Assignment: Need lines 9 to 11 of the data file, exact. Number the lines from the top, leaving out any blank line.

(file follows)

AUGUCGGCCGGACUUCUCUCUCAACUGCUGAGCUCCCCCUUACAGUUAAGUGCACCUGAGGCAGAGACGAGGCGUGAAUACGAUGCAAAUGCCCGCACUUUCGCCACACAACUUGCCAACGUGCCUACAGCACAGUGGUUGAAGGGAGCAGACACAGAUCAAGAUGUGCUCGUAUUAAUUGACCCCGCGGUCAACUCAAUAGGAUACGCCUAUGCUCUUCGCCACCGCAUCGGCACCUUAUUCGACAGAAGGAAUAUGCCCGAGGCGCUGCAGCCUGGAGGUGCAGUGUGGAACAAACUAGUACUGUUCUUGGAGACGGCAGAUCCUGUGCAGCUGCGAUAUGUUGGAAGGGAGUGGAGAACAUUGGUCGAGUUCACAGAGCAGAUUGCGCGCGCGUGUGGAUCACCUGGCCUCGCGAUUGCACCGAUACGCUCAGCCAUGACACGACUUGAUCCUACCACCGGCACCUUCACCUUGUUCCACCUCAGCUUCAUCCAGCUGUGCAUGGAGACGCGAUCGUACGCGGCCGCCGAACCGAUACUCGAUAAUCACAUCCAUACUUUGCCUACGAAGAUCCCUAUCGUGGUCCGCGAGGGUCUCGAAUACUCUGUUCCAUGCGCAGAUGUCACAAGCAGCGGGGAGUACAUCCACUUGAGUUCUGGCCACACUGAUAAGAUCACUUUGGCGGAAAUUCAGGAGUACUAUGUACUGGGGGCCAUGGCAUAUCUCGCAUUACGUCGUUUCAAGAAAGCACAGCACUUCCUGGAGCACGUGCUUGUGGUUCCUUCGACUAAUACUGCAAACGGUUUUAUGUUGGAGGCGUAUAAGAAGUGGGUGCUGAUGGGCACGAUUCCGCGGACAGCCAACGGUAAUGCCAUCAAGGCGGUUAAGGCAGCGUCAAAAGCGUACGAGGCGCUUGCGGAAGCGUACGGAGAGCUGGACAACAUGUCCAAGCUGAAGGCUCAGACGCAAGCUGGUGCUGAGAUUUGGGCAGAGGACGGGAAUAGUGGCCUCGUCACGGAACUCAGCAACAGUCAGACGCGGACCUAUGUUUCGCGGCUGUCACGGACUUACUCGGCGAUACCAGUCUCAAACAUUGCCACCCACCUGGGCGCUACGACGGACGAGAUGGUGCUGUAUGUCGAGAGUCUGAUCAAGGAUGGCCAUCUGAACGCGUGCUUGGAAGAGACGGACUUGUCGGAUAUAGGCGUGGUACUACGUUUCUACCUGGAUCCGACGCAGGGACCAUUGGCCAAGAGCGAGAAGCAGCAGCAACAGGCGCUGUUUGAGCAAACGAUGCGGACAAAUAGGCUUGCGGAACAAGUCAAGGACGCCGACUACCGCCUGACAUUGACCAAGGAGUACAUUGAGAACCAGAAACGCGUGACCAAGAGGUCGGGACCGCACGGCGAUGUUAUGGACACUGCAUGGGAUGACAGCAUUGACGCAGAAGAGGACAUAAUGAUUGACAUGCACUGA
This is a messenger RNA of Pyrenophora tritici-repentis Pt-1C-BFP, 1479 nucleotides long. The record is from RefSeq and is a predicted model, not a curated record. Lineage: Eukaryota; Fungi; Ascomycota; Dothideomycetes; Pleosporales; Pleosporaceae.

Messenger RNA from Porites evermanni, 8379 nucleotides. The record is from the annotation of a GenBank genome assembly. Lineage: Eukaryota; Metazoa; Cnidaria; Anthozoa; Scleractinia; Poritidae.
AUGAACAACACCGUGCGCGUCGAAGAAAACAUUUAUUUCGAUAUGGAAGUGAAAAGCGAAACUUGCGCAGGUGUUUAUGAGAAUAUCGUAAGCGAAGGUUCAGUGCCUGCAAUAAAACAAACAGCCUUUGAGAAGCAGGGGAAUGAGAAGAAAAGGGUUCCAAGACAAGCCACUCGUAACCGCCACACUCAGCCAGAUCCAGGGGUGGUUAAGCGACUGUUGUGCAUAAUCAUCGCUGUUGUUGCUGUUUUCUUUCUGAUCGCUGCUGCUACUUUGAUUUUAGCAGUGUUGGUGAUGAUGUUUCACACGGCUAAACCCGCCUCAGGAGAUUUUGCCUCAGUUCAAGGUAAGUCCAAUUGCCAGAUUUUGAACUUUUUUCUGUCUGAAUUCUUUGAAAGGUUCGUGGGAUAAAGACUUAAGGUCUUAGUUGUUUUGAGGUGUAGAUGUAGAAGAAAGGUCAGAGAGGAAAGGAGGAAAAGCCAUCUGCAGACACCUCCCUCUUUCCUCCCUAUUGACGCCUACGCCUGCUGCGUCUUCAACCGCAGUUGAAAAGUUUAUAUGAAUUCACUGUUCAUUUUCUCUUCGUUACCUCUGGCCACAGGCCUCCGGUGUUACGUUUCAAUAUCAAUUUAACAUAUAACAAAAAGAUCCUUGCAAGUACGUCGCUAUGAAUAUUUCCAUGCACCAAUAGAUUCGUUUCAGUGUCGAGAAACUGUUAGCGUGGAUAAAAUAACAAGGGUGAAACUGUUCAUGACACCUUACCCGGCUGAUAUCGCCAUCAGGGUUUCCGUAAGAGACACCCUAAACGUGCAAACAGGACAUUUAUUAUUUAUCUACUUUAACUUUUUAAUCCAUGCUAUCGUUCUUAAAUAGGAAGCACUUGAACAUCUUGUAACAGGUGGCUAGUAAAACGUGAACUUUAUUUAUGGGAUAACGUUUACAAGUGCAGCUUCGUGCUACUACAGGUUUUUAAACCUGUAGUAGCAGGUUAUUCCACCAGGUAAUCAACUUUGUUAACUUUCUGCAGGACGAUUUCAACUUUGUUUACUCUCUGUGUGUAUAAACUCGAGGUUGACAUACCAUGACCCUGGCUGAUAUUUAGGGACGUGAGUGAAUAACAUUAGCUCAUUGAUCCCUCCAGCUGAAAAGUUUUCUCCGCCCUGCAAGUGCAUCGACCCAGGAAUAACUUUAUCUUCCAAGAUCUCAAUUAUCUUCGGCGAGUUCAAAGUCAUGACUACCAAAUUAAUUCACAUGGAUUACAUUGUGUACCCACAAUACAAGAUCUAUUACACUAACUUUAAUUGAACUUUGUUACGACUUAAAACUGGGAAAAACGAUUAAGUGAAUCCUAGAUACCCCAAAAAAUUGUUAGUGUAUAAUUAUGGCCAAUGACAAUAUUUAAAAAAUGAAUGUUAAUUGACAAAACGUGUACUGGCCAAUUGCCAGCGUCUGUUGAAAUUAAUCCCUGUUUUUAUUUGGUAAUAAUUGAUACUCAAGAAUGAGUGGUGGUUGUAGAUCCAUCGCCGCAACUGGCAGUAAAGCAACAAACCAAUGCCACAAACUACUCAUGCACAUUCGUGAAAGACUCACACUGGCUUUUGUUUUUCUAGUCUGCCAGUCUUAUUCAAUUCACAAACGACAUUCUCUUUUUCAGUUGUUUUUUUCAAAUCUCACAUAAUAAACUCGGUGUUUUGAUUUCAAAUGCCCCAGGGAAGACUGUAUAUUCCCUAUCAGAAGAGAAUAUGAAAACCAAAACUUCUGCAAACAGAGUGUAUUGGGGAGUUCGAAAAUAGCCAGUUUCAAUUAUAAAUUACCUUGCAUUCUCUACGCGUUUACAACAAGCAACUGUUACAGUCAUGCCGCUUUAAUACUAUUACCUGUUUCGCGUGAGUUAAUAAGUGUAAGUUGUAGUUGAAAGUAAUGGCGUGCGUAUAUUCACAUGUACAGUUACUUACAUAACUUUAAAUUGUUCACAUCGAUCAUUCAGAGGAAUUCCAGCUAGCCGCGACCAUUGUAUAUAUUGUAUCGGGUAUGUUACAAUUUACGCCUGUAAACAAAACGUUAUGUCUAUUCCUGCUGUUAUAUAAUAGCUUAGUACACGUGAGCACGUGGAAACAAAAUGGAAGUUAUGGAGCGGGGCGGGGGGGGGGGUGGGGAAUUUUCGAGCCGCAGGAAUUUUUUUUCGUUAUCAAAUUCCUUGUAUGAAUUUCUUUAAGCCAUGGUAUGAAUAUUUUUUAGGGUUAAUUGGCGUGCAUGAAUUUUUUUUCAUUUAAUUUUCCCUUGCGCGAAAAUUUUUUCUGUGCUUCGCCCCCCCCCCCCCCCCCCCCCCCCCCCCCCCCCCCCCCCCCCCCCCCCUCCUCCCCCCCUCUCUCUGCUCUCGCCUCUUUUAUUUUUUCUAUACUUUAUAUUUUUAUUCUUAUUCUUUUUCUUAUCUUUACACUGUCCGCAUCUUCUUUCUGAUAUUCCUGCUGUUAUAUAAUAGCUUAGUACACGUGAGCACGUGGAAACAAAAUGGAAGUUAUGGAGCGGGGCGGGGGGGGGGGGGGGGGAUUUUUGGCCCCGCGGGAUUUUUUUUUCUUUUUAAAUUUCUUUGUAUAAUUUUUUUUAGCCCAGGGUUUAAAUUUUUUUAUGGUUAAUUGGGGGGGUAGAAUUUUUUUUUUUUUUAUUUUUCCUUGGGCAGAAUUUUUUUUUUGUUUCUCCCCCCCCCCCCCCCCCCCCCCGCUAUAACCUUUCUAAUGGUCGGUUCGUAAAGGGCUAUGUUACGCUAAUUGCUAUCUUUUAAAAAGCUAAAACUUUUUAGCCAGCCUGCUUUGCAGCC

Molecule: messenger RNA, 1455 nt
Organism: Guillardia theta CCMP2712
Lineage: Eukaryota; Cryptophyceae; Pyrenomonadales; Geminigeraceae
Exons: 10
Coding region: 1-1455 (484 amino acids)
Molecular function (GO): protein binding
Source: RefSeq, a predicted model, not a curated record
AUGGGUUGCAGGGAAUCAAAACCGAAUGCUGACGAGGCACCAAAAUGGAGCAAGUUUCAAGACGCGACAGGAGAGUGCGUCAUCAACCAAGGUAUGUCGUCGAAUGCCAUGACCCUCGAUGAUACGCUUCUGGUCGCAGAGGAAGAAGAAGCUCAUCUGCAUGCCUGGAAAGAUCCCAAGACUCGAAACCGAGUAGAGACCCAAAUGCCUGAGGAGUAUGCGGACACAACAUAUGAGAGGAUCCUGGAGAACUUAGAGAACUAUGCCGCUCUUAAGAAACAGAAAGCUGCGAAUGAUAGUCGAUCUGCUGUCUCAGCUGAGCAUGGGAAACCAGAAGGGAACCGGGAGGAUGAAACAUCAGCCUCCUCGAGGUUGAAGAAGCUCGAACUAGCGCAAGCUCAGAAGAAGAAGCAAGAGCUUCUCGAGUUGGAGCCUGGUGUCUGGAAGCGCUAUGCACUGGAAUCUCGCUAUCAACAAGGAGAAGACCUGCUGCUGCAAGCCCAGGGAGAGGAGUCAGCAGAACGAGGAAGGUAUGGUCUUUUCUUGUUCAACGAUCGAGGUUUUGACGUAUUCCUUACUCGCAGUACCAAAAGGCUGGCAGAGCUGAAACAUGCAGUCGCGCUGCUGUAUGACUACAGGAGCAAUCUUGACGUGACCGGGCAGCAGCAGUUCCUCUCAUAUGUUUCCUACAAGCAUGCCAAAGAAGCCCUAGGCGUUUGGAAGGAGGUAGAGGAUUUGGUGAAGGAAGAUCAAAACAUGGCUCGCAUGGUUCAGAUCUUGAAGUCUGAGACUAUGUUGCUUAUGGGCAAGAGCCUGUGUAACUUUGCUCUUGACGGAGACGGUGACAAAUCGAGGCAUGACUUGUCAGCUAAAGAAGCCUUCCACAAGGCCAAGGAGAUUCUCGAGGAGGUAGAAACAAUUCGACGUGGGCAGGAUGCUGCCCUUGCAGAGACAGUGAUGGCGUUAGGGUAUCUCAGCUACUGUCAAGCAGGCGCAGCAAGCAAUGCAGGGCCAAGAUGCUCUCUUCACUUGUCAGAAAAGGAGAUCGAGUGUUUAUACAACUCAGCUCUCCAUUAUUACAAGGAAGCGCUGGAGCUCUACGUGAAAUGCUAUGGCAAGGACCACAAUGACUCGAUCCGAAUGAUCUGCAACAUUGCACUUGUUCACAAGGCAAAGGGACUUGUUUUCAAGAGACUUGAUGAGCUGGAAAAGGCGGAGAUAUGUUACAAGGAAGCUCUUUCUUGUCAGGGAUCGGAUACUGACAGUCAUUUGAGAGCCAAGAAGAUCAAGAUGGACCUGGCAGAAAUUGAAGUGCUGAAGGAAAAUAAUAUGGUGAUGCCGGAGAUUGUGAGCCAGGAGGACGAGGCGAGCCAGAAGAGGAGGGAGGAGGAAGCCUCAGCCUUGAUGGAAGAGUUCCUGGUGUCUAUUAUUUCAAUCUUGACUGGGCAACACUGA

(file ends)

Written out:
Coding region: 1-1455 (484 amino acids)
Molecular function (GO): protein binding
Source: RefSeq, a predicted model, not a curated record